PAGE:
GIF via Dakar

Bryce Menzies was the best shot in a while for someone trained in North American desert racing to win the Dakar Rally, until he fell victim to a weird sort of crash. Here’s how such a little bump could send him and his X-Raid Mini end over end.

That’s what’s called an ‘endo,’ for obvious reasons.

Again, the bump that took out the No. 310 X-Raid Mini looked inconsequential even to Menzies, even after his codriver called it out in the pre-written stage notes as a place to be extra cautious. Menzies said as much when interviewed about the wreck, which you can watch below.

“[Codriver Pete Mortensen] called it out as a big caution and I looked at it and just thought it was a little kicker and just hit it way to fast and went end over end,” Menzies told the Dakar Rally video crew, posted in Dakar’s daily wrap-up.

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The car was sadly done for the rally after bursting into a yard sale of parts in the roll. Menzies was a bit bruised up, and Mortensen ended up fracturing his left ankle and bruising his ribs, per an Instagram update from Mortensen.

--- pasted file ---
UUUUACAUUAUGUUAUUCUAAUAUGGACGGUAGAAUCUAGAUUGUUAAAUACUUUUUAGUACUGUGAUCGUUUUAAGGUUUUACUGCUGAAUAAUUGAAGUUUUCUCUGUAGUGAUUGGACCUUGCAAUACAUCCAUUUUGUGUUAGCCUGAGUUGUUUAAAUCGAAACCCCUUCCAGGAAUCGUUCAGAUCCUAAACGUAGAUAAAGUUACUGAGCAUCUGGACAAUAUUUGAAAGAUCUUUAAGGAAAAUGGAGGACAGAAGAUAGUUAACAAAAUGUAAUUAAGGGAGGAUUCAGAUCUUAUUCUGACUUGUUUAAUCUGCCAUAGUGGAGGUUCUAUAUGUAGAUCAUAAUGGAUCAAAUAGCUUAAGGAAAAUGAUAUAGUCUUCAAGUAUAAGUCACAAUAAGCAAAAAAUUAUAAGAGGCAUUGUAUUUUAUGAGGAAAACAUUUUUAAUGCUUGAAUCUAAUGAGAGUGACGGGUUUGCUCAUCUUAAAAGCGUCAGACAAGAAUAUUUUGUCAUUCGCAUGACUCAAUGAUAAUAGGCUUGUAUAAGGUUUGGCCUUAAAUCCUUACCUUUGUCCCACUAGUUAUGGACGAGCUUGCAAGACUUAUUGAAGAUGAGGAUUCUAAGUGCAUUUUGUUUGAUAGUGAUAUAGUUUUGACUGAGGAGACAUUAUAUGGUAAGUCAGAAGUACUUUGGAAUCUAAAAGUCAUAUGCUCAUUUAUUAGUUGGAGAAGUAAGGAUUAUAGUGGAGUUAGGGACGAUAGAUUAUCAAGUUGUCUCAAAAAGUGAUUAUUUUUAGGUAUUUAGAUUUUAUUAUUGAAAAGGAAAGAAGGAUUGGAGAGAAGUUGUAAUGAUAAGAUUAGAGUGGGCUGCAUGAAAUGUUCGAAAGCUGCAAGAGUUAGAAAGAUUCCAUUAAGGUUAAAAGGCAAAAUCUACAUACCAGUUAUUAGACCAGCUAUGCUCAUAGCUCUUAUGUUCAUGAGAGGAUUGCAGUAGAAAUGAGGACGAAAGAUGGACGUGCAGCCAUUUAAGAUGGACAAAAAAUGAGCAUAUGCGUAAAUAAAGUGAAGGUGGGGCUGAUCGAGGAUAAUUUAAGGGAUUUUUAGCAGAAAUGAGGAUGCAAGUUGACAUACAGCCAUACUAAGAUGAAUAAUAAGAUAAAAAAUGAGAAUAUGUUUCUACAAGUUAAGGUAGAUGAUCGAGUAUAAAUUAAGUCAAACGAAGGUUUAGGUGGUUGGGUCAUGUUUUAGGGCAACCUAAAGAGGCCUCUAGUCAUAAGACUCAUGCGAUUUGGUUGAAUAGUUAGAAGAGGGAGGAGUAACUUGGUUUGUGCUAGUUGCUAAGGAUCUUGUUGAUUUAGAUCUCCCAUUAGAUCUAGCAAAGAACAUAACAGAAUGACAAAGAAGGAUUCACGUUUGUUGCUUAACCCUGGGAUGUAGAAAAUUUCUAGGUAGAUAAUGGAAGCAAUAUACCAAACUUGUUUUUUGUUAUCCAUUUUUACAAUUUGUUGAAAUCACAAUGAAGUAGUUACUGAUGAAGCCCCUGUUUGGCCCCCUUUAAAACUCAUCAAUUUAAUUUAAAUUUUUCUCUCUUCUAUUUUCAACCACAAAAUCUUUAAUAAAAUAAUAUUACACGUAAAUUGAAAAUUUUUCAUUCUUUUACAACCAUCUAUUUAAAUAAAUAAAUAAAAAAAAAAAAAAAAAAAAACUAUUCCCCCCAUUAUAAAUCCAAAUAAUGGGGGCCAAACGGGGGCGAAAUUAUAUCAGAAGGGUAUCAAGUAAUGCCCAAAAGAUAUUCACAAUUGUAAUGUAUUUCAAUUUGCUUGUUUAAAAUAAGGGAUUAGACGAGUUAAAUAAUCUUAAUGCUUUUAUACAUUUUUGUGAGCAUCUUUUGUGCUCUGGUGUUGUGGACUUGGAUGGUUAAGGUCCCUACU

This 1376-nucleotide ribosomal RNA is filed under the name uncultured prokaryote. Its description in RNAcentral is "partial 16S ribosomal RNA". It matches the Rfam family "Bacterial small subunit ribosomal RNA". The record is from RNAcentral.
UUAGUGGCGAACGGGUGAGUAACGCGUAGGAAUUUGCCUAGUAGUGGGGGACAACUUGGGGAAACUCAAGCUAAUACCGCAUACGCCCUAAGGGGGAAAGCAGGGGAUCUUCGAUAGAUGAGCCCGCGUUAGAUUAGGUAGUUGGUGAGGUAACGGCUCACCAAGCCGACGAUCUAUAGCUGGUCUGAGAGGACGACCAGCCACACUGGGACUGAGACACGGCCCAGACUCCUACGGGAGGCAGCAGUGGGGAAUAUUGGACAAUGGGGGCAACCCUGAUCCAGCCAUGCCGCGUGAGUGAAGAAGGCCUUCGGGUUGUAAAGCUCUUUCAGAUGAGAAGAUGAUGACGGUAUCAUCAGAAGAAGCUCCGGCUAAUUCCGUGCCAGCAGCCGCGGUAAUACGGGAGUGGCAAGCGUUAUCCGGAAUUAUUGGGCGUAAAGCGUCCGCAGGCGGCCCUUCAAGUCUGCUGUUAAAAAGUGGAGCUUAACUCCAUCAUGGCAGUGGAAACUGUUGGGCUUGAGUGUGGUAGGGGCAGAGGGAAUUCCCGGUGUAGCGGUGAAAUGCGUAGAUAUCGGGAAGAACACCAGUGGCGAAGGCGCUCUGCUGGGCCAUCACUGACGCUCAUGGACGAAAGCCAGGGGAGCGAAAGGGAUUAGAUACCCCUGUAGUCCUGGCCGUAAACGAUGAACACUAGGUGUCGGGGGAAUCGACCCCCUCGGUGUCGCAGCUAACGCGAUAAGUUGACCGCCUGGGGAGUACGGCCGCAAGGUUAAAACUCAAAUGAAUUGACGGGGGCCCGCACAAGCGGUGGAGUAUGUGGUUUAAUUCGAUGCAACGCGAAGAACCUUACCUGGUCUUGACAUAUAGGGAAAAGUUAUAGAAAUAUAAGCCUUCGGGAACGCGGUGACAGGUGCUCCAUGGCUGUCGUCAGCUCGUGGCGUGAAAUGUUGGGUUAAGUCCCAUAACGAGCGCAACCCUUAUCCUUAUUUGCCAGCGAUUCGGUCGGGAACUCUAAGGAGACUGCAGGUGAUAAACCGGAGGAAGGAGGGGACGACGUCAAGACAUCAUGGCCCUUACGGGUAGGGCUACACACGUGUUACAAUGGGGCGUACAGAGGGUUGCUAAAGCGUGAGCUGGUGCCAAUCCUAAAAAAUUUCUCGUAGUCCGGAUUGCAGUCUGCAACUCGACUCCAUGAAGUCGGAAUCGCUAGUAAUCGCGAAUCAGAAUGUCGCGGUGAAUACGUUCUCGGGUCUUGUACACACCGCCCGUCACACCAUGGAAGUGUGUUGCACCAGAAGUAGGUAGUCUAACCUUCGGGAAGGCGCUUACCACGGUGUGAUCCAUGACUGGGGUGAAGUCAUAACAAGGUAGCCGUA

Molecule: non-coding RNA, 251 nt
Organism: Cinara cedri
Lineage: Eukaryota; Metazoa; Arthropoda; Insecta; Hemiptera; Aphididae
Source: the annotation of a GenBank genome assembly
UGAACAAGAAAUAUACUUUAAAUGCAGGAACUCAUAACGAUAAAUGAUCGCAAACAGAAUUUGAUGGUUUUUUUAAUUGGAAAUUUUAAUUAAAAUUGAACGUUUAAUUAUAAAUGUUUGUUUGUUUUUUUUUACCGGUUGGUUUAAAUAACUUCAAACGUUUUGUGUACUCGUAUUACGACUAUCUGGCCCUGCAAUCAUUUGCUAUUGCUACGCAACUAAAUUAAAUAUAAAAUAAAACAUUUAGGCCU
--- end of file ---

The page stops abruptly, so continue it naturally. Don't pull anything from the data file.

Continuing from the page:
As several of you pointed out yesterday, this roll after the back end pops up on a bump is a type of crash that seems more common at Dakar than in other desert racing events, particularly ones that Menzies is used to.

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One possible explanation for the prevalence of this kind of roll is that Dakar cars are allowed much less suspension travel than the Trophy Trucks used in Baja racing, where Menzies has competed for years.

Even top-spec Dakar racers are less able to absorb bumps that are no big deal in other series. While Menzies was in a new-for-2017 rear-wheel-drive Mini buggy with a lot of suspension travel compared to your average roadgoing truck, it still has substantially less travel than the race trucks Menzies has competed in for years.

Hopefully, Menzies and Mortensen will be back next year. America could use more racers to claim victory at arguably the most prestigious off-road race on the international calendar.